Illinois schools could soon have a new affordable and easy-to-use option for locking classrooms to prevent dangerous intruders, now that the Illinois Senate has passed legislation filed by State Sen. Chapin Rose (R-Mahomet). The legislation was suggested by Tuscola School Superintendent Mike Smith and supported by other superintendents in the area. Oakwood Superintendent Gary Lewis, Salt Fork Superintendent Phil Cox, and Kyle Thompson of ROE #11, met for several weeks with the State Fire Marshall and the Illinois State Board of Education on the legislation.
“This is a simple, affordable, sensible way to secure classrooms and protect students,” said Rose. “Law enforcement trains students, faculty, and staff to ‘barricade’ in the event of an immediate threat to safety from an intruder into a school. However, Illinois regulations currently prevent schools from investing in locking mechanisms that could protect our children,” he continued.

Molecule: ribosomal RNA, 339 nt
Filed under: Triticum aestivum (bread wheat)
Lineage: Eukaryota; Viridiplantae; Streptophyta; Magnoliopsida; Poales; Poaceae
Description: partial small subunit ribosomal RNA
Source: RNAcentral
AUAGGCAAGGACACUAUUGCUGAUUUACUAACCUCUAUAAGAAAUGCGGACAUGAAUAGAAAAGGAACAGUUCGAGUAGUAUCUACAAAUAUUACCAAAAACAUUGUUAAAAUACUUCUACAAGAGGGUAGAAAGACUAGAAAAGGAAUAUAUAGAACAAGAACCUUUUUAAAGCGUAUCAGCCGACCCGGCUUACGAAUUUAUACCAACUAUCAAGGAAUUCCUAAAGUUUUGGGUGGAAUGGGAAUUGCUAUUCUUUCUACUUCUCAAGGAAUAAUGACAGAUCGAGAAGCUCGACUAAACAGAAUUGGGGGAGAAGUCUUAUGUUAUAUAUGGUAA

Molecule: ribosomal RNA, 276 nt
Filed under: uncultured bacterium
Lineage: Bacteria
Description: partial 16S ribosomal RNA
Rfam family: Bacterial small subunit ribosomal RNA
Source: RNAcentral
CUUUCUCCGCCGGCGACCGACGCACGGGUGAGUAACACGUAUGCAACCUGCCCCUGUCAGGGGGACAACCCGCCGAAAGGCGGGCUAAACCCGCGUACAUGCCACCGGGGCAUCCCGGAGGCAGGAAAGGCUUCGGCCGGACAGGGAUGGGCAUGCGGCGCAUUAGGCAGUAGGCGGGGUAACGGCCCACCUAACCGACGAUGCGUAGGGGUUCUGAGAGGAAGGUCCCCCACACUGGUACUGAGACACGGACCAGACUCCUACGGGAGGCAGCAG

Rose’s legislation, Senate Bill 1371, allows school districts to use door-locking mechanisms that attach to the door and are lockable and unlockable from the inside of the classroom. The mechanisms must be unlockable from the outside by a key or tool given to police and fire departments so they can continue to act to protect those barricaded inside.
“It is absolutely ridiculous that the existing state rules tell local schools they are not allowed to do everything they can to protect our kids during an intruder situation. Worse- the existing rules fly in the face of what law enforcement teaches and trains every day. This corrects that policy.”
The legislation is now headed to the Illinois House for consideration in that chamber.